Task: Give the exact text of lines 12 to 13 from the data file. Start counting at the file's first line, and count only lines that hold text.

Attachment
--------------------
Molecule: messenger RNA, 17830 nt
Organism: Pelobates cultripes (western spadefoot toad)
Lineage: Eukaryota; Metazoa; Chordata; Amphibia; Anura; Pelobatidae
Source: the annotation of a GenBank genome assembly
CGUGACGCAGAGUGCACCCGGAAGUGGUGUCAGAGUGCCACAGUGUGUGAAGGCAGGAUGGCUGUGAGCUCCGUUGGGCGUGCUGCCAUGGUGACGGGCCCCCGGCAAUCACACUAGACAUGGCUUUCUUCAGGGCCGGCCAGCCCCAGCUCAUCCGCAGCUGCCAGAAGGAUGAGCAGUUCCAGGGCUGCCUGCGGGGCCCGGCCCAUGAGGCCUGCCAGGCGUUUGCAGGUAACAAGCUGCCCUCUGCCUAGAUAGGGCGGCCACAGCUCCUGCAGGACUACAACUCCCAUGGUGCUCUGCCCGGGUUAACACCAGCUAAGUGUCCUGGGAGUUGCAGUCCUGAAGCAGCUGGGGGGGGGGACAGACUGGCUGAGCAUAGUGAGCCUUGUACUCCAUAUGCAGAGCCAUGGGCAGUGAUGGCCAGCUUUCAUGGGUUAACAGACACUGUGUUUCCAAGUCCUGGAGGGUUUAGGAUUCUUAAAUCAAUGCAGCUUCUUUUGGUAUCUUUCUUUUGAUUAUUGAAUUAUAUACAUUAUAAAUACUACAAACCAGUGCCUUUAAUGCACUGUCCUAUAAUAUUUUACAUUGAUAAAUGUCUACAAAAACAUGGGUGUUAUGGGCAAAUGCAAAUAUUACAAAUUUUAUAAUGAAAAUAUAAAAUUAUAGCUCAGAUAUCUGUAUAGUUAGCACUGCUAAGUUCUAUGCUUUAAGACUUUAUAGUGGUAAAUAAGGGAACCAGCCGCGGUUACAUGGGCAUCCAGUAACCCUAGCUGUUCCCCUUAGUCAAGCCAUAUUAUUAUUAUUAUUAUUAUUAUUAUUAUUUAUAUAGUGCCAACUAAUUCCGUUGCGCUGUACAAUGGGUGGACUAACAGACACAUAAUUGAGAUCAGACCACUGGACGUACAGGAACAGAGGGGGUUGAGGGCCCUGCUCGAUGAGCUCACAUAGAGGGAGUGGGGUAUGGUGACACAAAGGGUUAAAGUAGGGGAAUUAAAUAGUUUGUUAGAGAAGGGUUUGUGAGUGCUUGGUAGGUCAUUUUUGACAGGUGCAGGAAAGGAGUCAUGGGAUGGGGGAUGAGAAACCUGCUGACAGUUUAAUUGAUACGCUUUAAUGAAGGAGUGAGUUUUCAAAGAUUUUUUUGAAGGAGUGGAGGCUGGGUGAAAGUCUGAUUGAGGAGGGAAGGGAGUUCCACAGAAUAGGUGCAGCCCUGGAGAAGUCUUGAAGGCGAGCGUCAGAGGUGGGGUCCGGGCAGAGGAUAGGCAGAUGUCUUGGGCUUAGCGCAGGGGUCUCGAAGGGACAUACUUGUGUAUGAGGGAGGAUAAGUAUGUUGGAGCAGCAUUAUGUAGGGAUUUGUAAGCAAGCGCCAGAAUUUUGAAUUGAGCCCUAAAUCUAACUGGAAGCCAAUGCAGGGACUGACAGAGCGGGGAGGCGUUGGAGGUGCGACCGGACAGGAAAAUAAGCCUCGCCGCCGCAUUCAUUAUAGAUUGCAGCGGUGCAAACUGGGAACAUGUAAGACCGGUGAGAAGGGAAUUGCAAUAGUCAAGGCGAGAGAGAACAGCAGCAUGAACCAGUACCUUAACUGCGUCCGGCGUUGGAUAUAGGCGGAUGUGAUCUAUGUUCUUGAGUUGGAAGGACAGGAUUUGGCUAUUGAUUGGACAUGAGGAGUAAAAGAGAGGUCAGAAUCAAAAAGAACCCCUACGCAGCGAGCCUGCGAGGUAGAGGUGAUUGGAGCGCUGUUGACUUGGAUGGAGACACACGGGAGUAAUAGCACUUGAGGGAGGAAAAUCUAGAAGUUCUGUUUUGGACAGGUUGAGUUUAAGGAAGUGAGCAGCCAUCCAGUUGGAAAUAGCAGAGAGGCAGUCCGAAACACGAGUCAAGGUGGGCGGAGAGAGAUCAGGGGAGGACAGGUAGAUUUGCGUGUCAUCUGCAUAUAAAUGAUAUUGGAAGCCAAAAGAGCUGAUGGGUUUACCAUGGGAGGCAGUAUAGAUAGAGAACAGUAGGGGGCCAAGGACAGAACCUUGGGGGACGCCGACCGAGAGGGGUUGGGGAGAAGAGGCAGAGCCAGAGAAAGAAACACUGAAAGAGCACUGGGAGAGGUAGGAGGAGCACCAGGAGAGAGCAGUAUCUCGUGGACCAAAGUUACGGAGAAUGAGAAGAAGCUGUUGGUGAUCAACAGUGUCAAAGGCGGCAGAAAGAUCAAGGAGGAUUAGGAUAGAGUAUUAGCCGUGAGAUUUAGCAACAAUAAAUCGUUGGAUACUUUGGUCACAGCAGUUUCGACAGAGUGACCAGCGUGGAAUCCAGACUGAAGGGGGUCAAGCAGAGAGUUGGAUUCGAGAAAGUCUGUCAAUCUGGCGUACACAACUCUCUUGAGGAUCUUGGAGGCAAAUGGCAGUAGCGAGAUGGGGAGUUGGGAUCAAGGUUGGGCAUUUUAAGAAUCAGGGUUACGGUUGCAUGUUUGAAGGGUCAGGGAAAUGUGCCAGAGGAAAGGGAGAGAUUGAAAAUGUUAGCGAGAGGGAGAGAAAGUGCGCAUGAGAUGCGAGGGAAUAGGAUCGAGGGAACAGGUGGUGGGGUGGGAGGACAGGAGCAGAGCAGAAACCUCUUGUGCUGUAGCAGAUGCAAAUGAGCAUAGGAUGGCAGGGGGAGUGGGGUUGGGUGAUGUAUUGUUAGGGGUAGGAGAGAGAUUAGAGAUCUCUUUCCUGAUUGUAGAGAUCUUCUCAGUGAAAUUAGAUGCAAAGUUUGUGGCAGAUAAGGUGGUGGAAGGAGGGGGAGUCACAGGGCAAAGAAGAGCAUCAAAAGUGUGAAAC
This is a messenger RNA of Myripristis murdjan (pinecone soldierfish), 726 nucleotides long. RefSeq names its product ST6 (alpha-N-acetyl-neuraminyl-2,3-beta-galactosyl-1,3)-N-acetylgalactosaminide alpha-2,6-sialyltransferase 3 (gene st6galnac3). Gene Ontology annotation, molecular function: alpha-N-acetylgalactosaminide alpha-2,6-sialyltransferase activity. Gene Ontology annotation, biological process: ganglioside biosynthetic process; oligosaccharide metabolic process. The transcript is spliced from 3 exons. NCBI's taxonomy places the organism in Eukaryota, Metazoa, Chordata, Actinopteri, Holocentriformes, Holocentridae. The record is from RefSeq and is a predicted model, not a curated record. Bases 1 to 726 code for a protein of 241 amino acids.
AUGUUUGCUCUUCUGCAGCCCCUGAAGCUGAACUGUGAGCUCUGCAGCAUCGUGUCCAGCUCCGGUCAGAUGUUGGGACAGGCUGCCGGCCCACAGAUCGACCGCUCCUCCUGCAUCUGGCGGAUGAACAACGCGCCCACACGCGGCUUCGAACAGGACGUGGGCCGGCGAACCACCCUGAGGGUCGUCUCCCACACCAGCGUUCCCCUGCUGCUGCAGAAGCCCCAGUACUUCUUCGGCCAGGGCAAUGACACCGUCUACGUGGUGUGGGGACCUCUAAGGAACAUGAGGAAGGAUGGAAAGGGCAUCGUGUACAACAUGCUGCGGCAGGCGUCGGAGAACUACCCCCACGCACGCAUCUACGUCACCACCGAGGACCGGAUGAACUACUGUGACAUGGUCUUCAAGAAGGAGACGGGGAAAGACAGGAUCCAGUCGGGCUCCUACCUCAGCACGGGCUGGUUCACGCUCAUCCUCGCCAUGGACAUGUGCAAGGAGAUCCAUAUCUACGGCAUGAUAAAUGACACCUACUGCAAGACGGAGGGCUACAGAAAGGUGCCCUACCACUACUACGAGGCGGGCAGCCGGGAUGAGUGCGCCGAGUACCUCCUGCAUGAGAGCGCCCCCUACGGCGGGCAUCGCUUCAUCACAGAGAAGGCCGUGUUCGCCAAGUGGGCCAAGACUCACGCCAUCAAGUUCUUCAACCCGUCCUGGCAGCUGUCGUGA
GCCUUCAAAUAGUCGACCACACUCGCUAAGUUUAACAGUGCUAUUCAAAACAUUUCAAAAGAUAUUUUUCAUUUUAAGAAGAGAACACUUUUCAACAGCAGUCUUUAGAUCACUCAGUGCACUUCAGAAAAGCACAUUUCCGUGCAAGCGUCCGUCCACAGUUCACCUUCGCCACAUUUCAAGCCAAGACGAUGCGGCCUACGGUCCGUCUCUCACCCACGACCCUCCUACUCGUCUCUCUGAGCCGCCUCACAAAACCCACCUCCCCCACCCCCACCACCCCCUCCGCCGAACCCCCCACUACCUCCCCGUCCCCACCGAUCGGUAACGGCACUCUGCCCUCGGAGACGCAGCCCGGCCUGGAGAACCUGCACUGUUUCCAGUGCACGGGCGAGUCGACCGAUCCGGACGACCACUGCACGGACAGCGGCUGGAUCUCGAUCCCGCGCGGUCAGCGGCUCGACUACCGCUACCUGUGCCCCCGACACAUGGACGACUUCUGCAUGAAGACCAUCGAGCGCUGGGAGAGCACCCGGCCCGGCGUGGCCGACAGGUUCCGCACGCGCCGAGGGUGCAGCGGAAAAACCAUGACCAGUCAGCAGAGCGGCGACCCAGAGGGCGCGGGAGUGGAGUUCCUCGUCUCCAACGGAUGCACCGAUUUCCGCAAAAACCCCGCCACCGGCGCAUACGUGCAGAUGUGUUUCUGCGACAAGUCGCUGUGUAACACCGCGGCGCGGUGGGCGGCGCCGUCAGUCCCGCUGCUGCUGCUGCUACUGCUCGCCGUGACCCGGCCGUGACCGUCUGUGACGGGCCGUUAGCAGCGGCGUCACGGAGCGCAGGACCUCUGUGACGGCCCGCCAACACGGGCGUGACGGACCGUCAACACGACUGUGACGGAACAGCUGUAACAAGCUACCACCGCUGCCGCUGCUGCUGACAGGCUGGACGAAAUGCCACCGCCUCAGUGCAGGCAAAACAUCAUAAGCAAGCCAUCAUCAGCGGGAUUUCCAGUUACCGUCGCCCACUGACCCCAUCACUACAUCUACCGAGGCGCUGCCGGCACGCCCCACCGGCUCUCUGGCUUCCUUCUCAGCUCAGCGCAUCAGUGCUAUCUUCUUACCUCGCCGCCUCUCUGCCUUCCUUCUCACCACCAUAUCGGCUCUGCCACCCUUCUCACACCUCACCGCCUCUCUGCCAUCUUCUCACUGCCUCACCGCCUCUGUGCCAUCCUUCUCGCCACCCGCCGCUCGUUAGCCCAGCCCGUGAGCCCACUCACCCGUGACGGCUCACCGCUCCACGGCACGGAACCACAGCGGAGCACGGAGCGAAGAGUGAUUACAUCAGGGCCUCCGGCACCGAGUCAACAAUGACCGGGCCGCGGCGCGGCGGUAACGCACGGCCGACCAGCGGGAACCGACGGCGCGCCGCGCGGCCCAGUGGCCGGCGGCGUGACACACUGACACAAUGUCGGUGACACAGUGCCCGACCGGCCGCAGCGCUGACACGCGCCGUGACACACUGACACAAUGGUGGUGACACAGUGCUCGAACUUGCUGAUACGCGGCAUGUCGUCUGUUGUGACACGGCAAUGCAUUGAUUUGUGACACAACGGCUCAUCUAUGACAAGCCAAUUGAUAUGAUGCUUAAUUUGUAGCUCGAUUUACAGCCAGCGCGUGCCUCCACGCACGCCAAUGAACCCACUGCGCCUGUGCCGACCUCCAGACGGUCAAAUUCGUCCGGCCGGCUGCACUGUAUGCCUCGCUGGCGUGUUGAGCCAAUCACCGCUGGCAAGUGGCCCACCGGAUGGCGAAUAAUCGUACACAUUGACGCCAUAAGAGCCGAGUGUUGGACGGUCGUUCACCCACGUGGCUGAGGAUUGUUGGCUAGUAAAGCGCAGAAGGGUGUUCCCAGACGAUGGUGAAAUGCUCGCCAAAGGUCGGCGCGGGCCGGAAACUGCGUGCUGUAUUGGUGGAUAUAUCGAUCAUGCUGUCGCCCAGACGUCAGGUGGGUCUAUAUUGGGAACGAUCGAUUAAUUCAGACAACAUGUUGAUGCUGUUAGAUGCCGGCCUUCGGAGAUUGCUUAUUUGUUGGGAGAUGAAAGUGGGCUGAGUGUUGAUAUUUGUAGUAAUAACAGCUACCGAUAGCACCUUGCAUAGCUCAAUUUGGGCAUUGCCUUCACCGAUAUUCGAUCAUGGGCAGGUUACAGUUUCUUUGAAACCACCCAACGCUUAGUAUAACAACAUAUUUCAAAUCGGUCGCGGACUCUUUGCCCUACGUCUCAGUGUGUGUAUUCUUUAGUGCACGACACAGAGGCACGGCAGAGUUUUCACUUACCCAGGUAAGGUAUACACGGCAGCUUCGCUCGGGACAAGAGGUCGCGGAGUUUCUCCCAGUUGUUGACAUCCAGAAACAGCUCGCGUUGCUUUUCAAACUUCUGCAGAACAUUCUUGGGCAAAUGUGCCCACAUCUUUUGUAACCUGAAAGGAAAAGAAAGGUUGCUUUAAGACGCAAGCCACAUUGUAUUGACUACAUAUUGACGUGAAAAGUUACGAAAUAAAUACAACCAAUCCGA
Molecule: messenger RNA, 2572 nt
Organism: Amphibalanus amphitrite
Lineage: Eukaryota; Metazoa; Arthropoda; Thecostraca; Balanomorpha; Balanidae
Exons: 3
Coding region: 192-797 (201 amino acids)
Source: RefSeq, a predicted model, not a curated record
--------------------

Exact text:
Exons: 3
Coding region: 192-797 (201 amino acids)